Growing political influence of Turkey within the EU is also looked upon with mixed feelings because the government in Ankara is deeply anchored in the sphere of US foreign policy. Since the collapse of the Soviet Union and the Gulf War, Turkey has served as the US's most important force for exercising military control over the surrounding regions.
Already in 1993 the American Secretary of State at the time, Warren Christopher, stated: “We see Turkey as a strong regional power which can be a positive force in the settlement of regional disputes, a positive force for the expansion of free markets and trade and for secular democratic government.” (Quoted from: Askim Bozkurt, Außenpolitische Dimensionen des Kurdenproblems in der Türkei, Hamburg 1997).
“Democratic” in this context should not be taken literally. As long as the Turkish military serves American aims, it is free to trample on democratic rights and principles. This was made unmistakably clear by the American ambassador Marc Grossman, who said, “The Turkish and American leaderships...can overcome their different positions with regard to human rights questions when they appreciate their strategic significance for one and other.”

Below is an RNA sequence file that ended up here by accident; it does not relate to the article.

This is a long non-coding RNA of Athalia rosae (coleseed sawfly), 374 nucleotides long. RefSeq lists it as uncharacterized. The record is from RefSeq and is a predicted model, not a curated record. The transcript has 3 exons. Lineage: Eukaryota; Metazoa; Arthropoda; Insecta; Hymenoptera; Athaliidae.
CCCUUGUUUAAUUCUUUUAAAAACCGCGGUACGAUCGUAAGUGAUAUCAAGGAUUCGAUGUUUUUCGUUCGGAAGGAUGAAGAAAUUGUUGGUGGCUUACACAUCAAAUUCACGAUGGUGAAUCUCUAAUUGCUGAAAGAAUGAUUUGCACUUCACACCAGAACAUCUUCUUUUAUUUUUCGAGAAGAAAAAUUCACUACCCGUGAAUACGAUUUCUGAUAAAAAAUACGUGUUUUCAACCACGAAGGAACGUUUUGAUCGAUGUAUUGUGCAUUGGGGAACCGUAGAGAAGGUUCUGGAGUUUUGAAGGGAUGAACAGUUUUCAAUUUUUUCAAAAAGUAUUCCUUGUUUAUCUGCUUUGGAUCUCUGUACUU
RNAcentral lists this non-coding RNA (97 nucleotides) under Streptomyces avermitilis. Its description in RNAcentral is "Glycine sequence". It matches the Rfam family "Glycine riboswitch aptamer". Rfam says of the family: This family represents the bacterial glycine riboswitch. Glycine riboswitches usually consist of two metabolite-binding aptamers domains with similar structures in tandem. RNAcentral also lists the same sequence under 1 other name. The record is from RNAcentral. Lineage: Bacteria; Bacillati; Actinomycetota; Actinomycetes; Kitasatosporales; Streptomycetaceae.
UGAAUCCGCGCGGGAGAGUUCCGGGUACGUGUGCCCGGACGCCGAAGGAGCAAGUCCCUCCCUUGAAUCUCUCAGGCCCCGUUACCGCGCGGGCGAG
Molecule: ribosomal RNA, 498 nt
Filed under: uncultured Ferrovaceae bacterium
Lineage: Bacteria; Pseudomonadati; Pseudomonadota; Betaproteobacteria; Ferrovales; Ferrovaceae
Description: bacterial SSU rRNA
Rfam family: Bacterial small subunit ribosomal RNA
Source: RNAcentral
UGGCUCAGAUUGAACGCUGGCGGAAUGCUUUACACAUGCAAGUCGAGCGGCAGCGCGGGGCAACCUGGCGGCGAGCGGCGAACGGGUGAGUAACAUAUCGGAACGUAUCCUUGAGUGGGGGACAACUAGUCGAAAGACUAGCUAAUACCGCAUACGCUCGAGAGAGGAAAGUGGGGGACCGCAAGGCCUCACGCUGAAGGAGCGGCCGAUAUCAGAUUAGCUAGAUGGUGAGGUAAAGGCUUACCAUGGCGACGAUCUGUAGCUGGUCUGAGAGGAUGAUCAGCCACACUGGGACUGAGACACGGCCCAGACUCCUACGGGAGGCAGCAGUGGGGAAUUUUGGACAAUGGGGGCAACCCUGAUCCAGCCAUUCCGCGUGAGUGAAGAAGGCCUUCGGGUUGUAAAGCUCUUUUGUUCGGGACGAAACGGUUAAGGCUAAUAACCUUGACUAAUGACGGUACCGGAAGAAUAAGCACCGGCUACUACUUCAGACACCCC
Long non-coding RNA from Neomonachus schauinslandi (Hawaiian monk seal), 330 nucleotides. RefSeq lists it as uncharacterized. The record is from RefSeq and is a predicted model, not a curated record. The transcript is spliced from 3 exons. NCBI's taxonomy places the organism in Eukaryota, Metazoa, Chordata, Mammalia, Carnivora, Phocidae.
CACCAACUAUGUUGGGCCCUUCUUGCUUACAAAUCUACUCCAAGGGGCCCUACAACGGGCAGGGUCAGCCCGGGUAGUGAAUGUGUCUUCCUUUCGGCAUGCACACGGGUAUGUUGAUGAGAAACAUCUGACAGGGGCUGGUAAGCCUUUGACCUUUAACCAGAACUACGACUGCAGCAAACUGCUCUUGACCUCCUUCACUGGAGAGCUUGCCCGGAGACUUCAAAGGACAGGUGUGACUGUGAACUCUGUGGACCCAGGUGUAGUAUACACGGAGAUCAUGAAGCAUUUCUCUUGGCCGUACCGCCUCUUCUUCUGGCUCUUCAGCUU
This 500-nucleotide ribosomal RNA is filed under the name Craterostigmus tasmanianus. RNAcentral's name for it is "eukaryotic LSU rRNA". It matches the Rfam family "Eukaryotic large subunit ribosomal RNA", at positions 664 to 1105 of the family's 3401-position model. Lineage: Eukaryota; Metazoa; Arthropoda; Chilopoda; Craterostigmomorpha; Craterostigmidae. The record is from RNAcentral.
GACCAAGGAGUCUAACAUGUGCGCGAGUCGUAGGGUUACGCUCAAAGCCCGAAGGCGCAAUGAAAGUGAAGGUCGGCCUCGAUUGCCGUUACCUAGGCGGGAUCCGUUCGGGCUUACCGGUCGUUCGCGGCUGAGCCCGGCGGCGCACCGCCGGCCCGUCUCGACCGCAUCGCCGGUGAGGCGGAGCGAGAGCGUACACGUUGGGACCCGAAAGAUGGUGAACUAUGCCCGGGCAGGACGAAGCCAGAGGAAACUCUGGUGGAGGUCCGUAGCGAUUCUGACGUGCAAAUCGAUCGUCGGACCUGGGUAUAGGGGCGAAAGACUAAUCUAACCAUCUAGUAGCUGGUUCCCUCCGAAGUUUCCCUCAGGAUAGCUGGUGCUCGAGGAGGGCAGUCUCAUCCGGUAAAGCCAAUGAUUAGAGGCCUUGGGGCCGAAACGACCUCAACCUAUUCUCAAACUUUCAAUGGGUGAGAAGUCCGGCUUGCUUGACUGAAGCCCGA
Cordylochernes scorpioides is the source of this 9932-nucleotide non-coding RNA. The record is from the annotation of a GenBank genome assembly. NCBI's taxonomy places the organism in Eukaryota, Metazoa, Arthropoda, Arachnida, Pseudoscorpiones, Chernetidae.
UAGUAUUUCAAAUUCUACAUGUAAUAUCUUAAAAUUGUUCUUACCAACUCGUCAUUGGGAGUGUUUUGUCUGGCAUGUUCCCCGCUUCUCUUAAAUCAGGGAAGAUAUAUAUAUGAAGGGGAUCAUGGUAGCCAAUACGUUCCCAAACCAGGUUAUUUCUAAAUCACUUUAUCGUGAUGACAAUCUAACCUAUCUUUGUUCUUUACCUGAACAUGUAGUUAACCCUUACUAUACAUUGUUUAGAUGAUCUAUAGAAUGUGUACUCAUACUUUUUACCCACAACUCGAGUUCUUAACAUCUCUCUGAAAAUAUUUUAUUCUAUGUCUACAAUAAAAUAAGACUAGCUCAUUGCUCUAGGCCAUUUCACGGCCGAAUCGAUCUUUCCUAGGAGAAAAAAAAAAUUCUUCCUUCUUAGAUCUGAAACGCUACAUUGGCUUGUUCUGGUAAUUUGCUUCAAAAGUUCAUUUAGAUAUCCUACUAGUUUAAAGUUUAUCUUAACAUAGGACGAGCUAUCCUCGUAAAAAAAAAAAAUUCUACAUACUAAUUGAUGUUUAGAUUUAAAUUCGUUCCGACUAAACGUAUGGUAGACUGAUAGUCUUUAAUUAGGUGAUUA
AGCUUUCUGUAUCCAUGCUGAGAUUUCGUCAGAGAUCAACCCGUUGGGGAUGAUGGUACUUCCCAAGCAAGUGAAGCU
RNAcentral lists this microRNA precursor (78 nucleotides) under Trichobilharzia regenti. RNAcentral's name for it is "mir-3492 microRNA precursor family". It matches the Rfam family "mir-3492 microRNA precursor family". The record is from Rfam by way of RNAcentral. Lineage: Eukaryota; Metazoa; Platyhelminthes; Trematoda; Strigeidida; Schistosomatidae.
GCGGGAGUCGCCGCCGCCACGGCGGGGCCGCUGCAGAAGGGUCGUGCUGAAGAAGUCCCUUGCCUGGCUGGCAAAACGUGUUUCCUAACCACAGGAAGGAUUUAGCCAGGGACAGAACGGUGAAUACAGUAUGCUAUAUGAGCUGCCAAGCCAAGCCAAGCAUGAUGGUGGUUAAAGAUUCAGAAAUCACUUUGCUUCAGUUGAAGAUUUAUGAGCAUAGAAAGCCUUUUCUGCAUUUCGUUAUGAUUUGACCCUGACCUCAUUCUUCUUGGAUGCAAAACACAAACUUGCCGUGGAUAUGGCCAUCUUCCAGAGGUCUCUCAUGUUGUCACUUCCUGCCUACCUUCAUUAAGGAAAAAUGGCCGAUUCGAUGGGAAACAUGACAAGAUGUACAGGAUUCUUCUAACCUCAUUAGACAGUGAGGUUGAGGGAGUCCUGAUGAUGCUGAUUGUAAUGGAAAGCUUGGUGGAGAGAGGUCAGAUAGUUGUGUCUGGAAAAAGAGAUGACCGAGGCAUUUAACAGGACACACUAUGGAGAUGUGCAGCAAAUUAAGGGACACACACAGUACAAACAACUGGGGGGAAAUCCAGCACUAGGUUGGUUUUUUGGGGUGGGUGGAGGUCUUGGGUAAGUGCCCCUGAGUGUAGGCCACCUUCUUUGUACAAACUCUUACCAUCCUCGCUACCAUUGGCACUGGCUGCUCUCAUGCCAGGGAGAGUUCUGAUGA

Under the banner of the “struggle against Kurdish terrorism”, Turkey, which has provided an important base for the American bombing of Iraq, has transformed the north of Iraq into a sort of “buffer zone”, where it continues to carry out military operations. These serve as an enormous source of Turkish pressure on Iraq's neighbour Syria. Another neighbour, Iran, accuses Turkey of suppressing not just the PKK, but also Islamic fundamentalist movements.
In addition, Turkey supports the Turkish-speaking republic of Azerbaijan. The latter country has been in a state of continual conflict with its neighbour Armenia (supported by Russia) in the region of Nagorno-Karabach, and possesses substantial reserves of oil. The US is seeking at all costs to prevent this oil from being transported over Russia or Iran and has therefore spoken out loudly in favour of a pipeline to the Turkish Mediterranean port of Ceyhan through Georgia and the Kurdish-occupied territories of Southeast Turkey.